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Scent in Product Packaging: What The Nose Knows

Scent in Product Packaging - Closeup of Horse Nose

Scents can significantly impact your product marketing.

Have you ever noticed that you can almost smell the coffee brewing as the folks on TV are experiencing the best part of waking up? While wandering the aisle to replace your empty shampoo and conditioner bottles, perhaps you’ll come across a brand looking to re-create that energy boost in your morning shower. Would the smell of fresh coffee brewing while you’re showering help to wake you up in the morning?

Scented Product Marketing

Scent is a vital part of the entire product marketing process, from the brainstorming phase all the through to packaging and advertising. Whether infused to go unnoticed, or an integral part of the buyer’s decision-making processes, there’s no accident in how certain scents have become associated with products.

Consider two hand soaps that are equal in packaging, price, cleaning, and disinfecting components. One is scent-free, and the other smells like vanilla. Which are you more likely to choose? The majority of consumers will choose the vanilla-scented option. While you may not realize it, your brain recognizes that the vanilla scent will be calming and relaxing, especially as it lingers on your hands throughout the day.

The Science of Scents

Studies have shown that the science of scents is an important part of swaying a consumer to make certain buying decisions in the store. The limbic system controls the olfactory bulb. While you may not see any relevance to this statement and the laundry detergent you purchase, the fact is they’re completely related. The olfactory receptors are responsible for explaining the scents you’re smelling to the limbic system, which is the part of our brains that handles emotions, mood, and memory. If you’ve ever gotten a whiff of a smell that triggered a profound memory, you can thank this olfactory and limbic connection.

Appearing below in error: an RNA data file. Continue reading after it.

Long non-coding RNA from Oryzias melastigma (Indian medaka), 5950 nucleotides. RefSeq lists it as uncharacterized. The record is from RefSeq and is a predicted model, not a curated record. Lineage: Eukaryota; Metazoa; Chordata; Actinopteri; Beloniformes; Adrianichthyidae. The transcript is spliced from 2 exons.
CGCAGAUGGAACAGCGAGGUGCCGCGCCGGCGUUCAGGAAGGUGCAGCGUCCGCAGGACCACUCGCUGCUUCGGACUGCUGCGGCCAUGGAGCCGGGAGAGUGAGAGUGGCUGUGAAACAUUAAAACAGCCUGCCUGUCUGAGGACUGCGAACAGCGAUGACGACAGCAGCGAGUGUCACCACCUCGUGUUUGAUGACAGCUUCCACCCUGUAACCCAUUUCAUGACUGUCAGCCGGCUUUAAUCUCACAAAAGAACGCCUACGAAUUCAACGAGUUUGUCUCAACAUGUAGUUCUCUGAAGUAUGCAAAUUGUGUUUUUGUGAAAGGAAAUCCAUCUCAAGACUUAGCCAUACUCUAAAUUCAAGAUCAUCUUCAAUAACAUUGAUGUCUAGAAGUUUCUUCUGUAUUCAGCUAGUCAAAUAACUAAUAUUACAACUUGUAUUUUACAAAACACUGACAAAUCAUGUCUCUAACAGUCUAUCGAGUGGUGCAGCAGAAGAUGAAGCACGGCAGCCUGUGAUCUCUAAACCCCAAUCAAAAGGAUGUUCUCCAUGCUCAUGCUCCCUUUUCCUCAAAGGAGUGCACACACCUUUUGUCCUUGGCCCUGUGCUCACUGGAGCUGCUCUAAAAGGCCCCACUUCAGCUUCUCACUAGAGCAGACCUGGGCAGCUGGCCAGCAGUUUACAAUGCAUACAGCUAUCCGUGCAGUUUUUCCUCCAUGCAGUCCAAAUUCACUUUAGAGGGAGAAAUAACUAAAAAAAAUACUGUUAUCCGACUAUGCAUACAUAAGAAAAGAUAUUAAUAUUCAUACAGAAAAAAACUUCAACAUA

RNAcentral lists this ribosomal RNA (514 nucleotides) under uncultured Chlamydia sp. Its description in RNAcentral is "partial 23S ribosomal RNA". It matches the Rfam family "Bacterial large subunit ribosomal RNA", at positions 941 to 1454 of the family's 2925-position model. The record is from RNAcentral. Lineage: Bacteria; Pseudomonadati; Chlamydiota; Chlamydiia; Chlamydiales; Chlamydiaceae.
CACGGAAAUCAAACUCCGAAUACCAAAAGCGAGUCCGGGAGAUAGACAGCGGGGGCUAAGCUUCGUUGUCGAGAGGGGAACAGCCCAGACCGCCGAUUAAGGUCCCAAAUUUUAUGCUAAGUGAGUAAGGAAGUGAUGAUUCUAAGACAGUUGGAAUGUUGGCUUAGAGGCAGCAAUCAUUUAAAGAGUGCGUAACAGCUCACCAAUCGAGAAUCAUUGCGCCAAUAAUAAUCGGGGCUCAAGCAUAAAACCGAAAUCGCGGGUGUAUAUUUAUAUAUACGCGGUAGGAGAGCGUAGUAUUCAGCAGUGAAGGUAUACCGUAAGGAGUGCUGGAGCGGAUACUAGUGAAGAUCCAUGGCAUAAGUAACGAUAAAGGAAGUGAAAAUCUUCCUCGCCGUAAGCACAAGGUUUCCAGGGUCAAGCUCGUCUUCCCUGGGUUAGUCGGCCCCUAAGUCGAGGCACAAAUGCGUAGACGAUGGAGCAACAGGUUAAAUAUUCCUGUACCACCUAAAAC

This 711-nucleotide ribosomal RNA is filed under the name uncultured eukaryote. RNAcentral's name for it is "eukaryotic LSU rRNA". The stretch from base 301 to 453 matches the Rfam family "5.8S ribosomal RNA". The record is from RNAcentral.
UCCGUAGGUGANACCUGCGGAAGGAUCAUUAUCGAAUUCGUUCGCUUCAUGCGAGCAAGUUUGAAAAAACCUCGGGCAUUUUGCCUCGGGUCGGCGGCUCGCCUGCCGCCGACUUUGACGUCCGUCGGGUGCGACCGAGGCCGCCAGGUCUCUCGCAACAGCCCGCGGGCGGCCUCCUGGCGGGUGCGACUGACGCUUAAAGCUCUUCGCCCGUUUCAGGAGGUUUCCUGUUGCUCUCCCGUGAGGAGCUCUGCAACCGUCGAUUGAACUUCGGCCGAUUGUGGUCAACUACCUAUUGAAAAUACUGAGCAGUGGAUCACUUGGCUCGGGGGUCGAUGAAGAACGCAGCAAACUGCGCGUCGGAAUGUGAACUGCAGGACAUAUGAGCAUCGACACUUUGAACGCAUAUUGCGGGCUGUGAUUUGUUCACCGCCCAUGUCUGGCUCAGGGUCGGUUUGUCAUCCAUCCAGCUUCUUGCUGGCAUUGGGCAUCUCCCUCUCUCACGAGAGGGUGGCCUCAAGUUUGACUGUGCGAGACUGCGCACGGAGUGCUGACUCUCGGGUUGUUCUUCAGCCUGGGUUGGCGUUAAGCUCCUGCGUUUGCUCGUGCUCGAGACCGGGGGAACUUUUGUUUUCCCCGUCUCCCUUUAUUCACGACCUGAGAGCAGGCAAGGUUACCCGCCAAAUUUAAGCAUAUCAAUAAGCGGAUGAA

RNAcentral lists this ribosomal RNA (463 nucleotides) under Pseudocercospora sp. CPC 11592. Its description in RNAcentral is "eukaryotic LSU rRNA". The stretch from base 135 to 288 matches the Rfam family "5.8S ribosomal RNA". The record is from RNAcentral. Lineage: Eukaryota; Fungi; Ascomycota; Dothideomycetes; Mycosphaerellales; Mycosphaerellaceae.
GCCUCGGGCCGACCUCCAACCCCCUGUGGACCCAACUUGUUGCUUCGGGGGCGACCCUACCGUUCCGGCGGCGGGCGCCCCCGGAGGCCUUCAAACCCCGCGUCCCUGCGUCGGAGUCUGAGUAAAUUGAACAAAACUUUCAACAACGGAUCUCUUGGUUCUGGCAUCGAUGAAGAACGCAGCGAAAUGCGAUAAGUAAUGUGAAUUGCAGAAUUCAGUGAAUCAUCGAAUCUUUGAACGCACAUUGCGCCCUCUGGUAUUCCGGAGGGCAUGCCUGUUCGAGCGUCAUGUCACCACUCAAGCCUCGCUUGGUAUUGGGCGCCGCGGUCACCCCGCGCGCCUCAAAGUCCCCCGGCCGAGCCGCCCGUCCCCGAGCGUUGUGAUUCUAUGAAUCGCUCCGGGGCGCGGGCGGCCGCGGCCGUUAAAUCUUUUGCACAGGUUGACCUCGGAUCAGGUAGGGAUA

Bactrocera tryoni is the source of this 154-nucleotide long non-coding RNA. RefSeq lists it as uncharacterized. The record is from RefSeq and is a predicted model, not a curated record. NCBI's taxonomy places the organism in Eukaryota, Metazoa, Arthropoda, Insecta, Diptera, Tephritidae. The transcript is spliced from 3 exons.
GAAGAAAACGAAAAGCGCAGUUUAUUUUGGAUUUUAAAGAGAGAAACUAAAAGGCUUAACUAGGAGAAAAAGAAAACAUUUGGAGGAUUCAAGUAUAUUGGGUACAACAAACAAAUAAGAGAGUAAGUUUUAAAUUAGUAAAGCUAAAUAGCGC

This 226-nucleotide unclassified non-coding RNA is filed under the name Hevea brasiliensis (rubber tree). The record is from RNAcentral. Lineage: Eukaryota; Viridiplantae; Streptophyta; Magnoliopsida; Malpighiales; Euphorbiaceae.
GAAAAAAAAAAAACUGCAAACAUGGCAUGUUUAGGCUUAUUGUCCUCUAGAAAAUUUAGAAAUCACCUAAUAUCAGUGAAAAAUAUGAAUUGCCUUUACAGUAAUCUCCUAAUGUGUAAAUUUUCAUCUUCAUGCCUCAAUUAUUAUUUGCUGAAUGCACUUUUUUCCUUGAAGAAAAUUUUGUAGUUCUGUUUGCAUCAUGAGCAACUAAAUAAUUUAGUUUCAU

In choosing the laundry detergent that smells like a warm summer day or an ocean breeze, your decision is likely being governed by the part of your brain that has a happy memory of a family trip on a coast, or playing outside as a child. Each time you wash your clothes part of your brain triggers the euphoria of vacation.

Now apply the same reasoning to lemon-scented dish soap; you likely relate the smell of lemon to fresh, new, and summery fun, and you don’t realize that your perception of this citrus really has little to do with the actual idea of clean.

We seek out great-smelling deodorants, we want our soap to smell fantastic, and we need to have our clean clothes smell clean. Laundry is much less of a chore when it reminds you of a salty, summery, breezy vacation on an island, and dishes certainly seem cleaner when fresh, vibrant, citrus is doing grease duty. From head to toe and dishes to carpet, everything that is scented is made to make your room or yourself smell good, and it is made to smell the way it does for a reason.  You probably don’t even realize what the nose knows, so next time you’re shopping and take note of a product with a scent that draws your attention, stop and think about what that scent really means.

About the Author

Marilyn Smith specializes in covering the latest news and events about the packaging industry, including powder packing machines.

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Author:Globial International Business Team

The Globial International Business Team researches, analyzes, and reports on all things related to global trade and business.


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